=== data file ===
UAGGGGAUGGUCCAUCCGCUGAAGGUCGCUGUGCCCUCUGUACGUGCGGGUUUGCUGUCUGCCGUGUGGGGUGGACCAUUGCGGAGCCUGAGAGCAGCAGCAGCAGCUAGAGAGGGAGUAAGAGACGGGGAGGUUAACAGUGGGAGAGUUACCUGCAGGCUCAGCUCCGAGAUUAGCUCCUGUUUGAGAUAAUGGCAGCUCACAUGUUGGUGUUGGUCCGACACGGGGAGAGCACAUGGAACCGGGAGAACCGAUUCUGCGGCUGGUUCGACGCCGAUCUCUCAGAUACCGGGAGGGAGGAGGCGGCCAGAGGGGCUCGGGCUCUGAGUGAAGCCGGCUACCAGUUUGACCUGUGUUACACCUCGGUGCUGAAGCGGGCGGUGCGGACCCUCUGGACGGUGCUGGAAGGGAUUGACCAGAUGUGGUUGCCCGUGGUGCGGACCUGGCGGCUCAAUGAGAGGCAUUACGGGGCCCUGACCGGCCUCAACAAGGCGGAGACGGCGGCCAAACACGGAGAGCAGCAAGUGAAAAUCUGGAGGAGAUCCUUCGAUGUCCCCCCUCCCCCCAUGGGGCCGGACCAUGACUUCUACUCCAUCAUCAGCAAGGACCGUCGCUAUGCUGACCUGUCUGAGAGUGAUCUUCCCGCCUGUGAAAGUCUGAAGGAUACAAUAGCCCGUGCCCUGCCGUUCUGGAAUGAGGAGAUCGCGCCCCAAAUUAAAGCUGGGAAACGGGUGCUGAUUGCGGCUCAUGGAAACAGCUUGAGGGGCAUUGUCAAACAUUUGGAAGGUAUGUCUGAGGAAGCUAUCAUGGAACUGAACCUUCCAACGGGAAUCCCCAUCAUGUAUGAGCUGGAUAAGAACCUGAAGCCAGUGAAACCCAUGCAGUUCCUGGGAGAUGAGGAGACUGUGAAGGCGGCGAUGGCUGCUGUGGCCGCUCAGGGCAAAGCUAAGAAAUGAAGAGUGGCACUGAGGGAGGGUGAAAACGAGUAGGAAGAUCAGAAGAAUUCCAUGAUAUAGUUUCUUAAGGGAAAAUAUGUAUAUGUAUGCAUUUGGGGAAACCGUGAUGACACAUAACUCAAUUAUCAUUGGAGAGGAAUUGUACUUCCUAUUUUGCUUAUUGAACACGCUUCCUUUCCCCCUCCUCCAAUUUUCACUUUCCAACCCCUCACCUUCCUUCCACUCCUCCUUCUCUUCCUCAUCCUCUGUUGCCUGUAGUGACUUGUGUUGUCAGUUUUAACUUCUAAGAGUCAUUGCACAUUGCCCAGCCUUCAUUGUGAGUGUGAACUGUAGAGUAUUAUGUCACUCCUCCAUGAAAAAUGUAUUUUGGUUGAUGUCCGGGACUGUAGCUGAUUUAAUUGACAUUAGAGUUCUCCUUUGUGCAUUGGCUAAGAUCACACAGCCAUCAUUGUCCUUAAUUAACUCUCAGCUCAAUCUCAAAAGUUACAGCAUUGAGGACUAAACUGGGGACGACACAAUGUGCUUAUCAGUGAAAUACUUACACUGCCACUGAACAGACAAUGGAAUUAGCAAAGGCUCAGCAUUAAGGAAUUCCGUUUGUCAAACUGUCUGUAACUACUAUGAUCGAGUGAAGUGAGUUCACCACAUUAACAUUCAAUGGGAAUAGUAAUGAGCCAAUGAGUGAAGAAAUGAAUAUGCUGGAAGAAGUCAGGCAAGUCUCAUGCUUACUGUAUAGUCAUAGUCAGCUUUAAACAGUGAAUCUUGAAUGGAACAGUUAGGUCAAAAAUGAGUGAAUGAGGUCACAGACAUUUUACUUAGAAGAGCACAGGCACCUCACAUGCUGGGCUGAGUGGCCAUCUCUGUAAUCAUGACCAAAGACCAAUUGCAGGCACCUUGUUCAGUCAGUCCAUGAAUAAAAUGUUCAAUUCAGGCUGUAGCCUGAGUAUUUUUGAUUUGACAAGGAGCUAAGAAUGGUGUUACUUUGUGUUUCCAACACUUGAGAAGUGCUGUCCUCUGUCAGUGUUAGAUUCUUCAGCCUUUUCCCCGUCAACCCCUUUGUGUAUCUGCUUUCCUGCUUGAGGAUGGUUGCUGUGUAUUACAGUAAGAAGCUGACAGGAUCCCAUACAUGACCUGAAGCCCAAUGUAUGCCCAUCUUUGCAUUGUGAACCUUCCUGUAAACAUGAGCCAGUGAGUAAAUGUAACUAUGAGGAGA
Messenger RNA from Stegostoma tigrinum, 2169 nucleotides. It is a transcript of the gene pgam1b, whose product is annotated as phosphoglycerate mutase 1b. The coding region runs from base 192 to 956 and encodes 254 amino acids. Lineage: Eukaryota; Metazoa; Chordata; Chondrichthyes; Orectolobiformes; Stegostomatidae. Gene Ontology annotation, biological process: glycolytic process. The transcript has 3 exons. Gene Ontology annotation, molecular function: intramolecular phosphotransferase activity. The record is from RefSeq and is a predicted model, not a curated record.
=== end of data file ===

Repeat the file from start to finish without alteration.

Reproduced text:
UAGGGGAUGGUCCAUCCGCUGAAGGUCGCUGUGCCCUCUGUACGUGCGGGUUUGCUGUCUGCCGUGUGGGGUGGACCAUUGCGGAGCCUGAGAGCAGCAGCAGCAGCUAGAGAGGGAGUAAGAGACGGGGAGGUUAACAGUGGGAGAGUUACCUGCAGGCUCAGCUCCGAGAUUAGCUCCUGUUUGAGAUAAUGGCAGCUCACAUGUUGGUGUUGGUCCGACACGGGGAGAGCACAUGGAACCGGGAGAACCGAUUCUGCGGCUGGUUCGACGCCGAUCUCUCAGAUACCGGGAGGGAGGAGGCGGCCAGAGGGGCUCGGGCUCUGAGUGAAGCCGGCUACCAGUUUGACCUGUGUUACACCUCGGUGCUGAAGCGGGCGGUGCGGACCCUCUGGACGGUGCUGGAAGGGAUUGACCAGAUGUGGUUGCCCGUGGUGCGGACCUGGCGGCUCAAUGAGAGGCAUUACGGGGCCCUGACCGGCCUCAACAAGGCGGAGACGGCGGCCAAACACGGAGAGCAGCAAGUGAAAAUCUGGAGGAGAUCCUUCGAUGUCCCCCCUCCCCCCAUGGGGCCGGACCAUGACUUCUACUCCAUCAUCAGCAAGGACCGUCGCUAUGCUGACCUGUCUGAGAGUGAUCUUCCCGCCUGUGAAAGUCUGAAGGAUACAAUAGCCCGUGCCCUGCCGUUCUGGAAUGAGGAGAUCGCGCCCCAAAUUAAAGCUGGGAAACGGGUGCUGAUUGCGGCUCAUGGAAACAGCUUGAGGGGCAUUGUCAAACAUUUGGAAGGUAUGUCUGAGGAAGCUAUCAUGGAACUGAACCUUCCAACGGGAAUCCCCAUCAUGUAUGAGCUGGAUAAGAACCUGAAGCCAGUGAAACCCAUGCAGUUCCUGGGAGAUGAGGAGACUGUGAAGGCGGCGAUGGCUGCUGUGGCCGCUCAGGGCAAAGCUAAGAAAUGAAGAGUGGCACUGAGGGAGGGUGAAAACGAGUAGGAAGAUCAGAAGAAUUCCAUGAUAUAGUUUCUUAAGGGAAAAUAUGUAUAUGUAUGCAUUUGGGGAAACCGUGAUGACACAUAACUCAAUUAUCAUUGGAGAGGAAUUGUACUUCCUAUUUUGCUUAUUGAACACGCUUCCUUUCCCCCUCCUCCAAUUUUCACUUUCCAACCCCUCACCUUCCUUCCACUCCUCCUUCUCUUCCUCAUCCUCUGUUGCCUGUAGUGACUUGUGUUGUCAGUUUUAACUUCUAAGAGUCAUUGCACAUUGCCCAGCCUUCAUUGUGAGUGUGAACUGUAGAGUAUUAUGUCACUCCUCCAUGAAAAAUGUAUUUUGGUUGAUGUCCGGGACUGUAGCUGAUUUAAUUGACAUUAGAGUUCUCCUUUGUGCAUUGGCUAAGAUCACACAGCCAUCAUUGUCCUUAAUUAACUCUCAGCUCAAUCUCAAAAGUUACAGCAUUGAGGACUAAACUGGGGACGACACAAUGUGCUUAUCAGUGAAAUACUUACACUGCCACUGAACAGACAAUGGAAUUAGCAAAGGCUCAGCAUUAAGGAAUUCCGUUUGUCAAACUGUCUGUAACUACUAUGAUCGAGUGAAGUGAGUUCACCACAUUAACAUUCAAUGGGAAUAGUAAUGAGCCAAUGAGUGAAGAAAUGAAUAUGCUGGAAGAAGUCAGGCAAGUCUCAUGCUUACUGUAUAGUCAUAGUCAGCUUUAAACAGUGAAUCUUGAAUGGAACAGUUAGGUCAAAAAUGAGUGAAUGAGGUCACAGACAUUUUACUUAGAAGAGCACAGGCACCUCACAUGCUGGGCUGAGUGGCCAUCUCUGUAAUCAUGACCAAAGACCAAUUGCAGGCACCUUGUUCAGUCAGUCCAUGAAUAAAAUGUUCAAUUCAGGCUGUAGCCUGAGUAUUUUUGAUUUGACAAGGAGCUAAGAAUGGUGUUACUUUGUGUUUCCAACACUUGAGAAGUGCUGUCCUCUGUCAGUGUUAGAUUCUUCAGCCUUUUCCCCGUCAACCCCUUUGUGUAUCUGCUUUCCUGCUUGAGGAUGGUUGCUGUGUAUUACAGUAAGAAGCUGACAGGAUCCCAUACAUGACCUGAAGCCCAAUGUAUGCCCAUCUUUGCAUUGUGAACCUUCCUGUAAACAUGAGCCAGUGAGUAAAUGUAACUAUGAGGAGA
Messenger RNA from Stegostoma tigrinum, 2169 nucleotides. It is a transcript of the gene pgam1b, whose product is annotated as phosphoglycerate mutase 1b. The coding region runs from base 192 to 956 and encodes 254 amino acids. Lineage: Eukaryota; Metazoa; Chordata; Chondrichthyes; Orectolobiformes; Stegostomatidae. Gene Ontology annotation, biological process: glycolytic process. The transcript has 3 exons. Gene Ontology annotation, molecular function: intramolecular phosphotransferase activity. The record is from RefSeq and is a predicted model, not a curated record.